The Indian snake charmers play & # 039; flute can stimulate premature baby & # 39; s & # 039; brain development
The flute of Indian snake charmers playing for premature babies in intensive care helps them to develop outside the womb & # 39;
- Researchers from the University of Geneva tested their theory in a hospital
- Newborns were played music from a punji snake, a harp or bells
- Babies who played music had stronger nerve connections across their brains
- Their brains were more like healthy babies than those who didn't hear music
According to the scientists, playing the flute of an Indian snake charmer for a prematurely born baby can help his brain develop well.
Babies born weeks before their due date run the risk of serious brain damage, leaving them behind when they get older.
According to scientists, one of the reasons for this is that they must be kept in intensive care and be divorced immediately after birth.
But playing music for premature babies can help the connections in their brains look more like those of a healthy baby, helping them understand what is happening around them.
And the punji – a traditional Indian instrument that looks like a Scottish bagpipe – turned out to have the strongest effect.
Premature babies played on music – especially those from the Indian snake charmer's whistle, the punji (photo) – were found to have a brain development that looked more like a full-grown baby than other premature babies who did not listen to music (stock image)
Researchers from the University of Geneva in Switzerland tested their theory by playing music for premature babies and then comparing them with premature babies who had not heard music and babies who had a full-term pregnancy were born.
They used MRI brain scans to see if there were differences in the brain and that babies in the music group were better developed.
Their brains looked more like healthy full-term babies, compared to premature babies who didn't play any music.
& # 39; The instrument that caused the most reactions was the whistle of the Indian snake charmers, the punji & # 39 ;, said Lara Lordier, a PhD student at the Geneva University Hospital.
& # 39; Very excited children calmed almost immediately, their attention was drawn to the music. & # 39;
Three types of music were tested on the baby & # 39; s songs played with the punji, a harp or with bubbles.
HOW CAN MUSIC HELP PREVIOUS BABY & # 39; S?
Researchers from Geneva found that playing music for premature babies while in intensive care strengthens nerve connections between different parts of the brain.
The salience network, which helps someone gain insight into what they see and hear, was the most affected.
Scientists in New York, at Beth Israel Hospital, published research in 2013 that showed that music could improve the premature functioning of the baby and lung function.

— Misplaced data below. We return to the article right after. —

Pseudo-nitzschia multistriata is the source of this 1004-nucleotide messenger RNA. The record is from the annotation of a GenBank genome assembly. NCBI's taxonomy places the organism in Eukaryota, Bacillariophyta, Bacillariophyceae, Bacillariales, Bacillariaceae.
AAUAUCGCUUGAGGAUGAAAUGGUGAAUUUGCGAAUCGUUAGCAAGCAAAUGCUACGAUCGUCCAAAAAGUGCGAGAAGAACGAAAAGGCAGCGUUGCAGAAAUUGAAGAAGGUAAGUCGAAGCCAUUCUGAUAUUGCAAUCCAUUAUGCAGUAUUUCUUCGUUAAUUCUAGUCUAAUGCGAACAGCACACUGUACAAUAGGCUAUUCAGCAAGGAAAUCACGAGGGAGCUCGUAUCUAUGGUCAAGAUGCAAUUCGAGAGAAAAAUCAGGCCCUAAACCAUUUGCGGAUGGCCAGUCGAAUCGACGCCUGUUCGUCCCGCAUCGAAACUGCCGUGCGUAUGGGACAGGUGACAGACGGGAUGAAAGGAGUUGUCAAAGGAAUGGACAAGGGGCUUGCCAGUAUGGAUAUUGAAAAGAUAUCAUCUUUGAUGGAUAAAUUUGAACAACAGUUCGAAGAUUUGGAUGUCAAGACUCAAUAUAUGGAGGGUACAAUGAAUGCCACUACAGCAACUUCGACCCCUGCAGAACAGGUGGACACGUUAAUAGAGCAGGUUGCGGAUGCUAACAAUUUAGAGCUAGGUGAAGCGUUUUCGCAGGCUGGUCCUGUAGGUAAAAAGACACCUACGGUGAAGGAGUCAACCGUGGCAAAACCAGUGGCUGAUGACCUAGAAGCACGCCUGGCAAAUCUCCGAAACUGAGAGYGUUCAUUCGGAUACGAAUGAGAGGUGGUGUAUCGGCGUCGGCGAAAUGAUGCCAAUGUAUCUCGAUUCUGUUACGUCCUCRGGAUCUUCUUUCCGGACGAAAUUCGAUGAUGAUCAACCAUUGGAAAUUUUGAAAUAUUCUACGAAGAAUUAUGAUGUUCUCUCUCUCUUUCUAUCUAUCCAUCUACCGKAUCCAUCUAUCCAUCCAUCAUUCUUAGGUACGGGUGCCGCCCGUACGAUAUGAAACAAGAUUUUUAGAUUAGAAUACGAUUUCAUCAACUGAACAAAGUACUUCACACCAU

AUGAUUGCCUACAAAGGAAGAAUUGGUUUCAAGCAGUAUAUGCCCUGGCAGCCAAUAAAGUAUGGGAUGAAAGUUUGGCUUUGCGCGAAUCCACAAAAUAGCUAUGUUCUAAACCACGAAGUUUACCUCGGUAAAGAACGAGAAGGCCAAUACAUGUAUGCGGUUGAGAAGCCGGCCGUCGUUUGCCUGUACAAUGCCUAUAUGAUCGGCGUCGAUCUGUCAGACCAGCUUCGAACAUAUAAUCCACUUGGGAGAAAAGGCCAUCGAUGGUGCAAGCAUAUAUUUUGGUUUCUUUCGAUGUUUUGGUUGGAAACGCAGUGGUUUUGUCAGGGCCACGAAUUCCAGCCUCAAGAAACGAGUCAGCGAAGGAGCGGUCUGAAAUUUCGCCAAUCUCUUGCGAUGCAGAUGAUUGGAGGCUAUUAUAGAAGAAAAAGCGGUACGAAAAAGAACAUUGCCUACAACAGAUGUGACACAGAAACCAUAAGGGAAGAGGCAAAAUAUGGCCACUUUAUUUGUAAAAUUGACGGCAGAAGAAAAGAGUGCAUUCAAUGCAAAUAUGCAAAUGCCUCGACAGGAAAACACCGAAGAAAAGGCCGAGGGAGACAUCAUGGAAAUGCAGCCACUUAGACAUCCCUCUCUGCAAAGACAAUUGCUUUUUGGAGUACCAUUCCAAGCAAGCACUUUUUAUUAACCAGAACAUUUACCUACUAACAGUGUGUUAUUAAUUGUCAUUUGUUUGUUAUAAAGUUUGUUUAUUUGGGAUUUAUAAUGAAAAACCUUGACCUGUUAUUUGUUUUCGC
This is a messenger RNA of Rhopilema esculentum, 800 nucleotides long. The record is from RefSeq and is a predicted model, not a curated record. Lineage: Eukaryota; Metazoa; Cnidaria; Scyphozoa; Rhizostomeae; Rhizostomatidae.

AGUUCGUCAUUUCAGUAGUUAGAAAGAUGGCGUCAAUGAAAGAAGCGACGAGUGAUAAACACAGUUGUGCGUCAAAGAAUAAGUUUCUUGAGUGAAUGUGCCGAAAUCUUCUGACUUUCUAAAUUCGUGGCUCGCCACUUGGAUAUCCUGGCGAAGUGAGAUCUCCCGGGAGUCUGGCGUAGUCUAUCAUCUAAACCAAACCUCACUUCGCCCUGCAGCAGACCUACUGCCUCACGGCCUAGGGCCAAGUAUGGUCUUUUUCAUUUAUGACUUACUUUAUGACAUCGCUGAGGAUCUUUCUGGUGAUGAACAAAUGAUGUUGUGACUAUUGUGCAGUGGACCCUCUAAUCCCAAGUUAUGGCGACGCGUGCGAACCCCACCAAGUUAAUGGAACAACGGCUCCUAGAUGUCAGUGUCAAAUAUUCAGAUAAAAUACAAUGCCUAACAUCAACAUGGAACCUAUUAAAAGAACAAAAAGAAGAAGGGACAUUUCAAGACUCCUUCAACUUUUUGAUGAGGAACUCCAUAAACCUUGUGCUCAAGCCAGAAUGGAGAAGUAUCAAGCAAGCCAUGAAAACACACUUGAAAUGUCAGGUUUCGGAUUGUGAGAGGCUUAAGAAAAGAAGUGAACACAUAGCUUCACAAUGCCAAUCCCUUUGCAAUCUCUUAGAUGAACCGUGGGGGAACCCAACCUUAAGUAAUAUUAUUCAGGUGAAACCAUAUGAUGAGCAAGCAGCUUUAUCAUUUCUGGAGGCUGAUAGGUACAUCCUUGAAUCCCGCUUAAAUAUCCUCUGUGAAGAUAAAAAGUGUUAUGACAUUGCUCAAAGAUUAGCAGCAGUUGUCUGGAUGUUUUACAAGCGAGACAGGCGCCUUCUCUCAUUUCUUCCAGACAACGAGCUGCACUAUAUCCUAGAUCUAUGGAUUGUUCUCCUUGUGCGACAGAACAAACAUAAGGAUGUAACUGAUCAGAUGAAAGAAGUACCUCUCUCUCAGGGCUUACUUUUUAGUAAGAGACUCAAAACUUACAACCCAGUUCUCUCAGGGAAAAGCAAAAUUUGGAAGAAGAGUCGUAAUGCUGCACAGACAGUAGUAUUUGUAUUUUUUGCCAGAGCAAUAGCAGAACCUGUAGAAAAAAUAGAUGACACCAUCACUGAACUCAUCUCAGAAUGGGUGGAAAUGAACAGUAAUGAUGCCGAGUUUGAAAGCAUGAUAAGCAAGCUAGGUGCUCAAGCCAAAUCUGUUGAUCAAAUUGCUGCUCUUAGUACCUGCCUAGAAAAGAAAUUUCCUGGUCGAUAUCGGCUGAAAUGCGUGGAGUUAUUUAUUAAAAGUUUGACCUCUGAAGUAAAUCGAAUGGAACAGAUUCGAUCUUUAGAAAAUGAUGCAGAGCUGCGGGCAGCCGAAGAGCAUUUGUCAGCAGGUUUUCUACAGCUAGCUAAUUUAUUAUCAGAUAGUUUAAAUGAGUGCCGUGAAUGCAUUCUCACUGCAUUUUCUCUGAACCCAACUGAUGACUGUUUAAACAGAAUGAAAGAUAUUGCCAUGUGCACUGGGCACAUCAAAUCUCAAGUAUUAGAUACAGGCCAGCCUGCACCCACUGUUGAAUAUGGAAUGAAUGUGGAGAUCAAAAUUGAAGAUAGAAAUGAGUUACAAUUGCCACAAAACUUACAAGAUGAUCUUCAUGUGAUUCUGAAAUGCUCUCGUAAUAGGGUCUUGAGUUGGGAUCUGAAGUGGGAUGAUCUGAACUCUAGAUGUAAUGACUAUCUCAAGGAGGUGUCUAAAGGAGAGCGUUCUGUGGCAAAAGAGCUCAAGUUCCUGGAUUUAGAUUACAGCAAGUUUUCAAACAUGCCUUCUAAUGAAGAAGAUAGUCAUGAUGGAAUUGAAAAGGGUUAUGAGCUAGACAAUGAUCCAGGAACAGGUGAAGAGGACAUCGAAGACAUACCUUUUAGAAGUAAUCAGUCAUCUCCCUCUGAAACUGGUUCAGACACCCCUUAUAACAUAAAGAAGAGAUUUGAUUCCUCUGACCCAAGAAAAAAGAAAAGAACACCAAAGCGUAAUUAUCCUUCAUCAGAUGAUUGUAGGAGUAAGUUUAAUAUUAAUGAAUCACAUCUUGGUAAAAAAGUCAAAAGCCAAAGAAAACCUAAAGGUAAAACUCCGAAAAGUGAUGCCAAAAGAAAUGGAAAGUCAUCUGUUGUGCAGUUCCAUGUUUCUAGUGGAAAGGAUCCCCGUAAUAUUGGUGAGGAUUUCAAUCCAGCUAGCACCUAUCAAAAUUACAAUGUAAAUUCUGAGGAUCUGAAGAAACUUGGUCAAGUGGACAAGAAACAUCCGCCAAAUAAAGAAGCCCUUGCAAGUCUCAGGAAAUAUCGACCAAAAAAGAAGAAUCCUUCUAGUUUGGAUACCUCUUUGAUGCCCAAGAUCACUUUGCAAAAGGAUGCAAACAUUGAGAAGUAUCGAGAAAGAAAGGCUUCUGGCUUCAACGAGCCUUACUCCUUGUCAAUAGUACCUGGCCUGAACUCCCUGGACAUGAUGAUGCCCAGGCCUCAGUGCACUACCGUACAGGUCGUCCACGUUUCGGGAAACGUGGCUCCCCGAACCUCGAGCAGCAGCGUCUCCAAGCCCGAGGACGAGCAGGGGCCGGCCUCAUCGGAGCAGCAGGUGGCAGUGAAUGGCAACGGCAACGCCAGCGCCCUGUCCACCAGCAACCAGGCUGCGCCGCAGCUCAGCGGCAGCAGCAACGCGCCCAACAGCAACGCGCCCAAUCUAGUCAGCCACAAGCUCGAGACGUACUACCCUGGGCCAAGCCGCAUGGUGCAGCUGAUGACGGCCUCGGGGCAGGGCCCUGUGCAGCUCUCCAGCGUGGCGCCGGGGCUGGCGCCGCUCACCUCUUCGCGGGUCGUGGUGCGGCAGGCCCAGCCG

They found that playing slow, soothing music slowed the heartbeat of stressed babies and increased the amount of oxygen in their blood.
It also improved the ability of babies & # 39; s to suck and made sure they could feed better.
A scientist suggested certain types of music – especially those made to sound like lullabies – could improve the development of premature babies because it sounds like what they would hear in the womb.
Babies who had not played any music had weaker connections between different parts of the brain, the scientists discovered – an effect of their premature birth.
These connections were most affected in the saline network of the brain, which absorbs information and experiences and tries to understand it.
& # 39; This network is essential both for learning and performing cognitive tasks and for social relationships or emotional management & # 39 ;, said Ms. Lordier.
In the UK, around 60,000 babies & # 39; s are born prematurely each year – this is about one in 13 pregnancies ending before the 37th week.
While babies born at full-time age spend time with their mothers and learn how to respond to different things by learning from her, premature babies can't.
Instead, they should only be held in a room full of strange sounds and images without knowing how to respond, the researchers suggested.
The work of Swiss researchers was published in The Proceedings magazine of the National Academy of Science.
Past research has found that playing music for premature babies can slow their heartbeat if they get stressed and can help them breathe easily.
Scientists at Beth Israel Hospital in New York tested the effects of music on 272 prematurely born babies and published their research in 2013.
They found that playing slow, soothing music also improved the ability of babies to feed as well as improving breathing and blood circulation.
One of the researchers at the time said that music could mimic sounds that babies & # 39; s hear in the womb, making them feel more comfortable.
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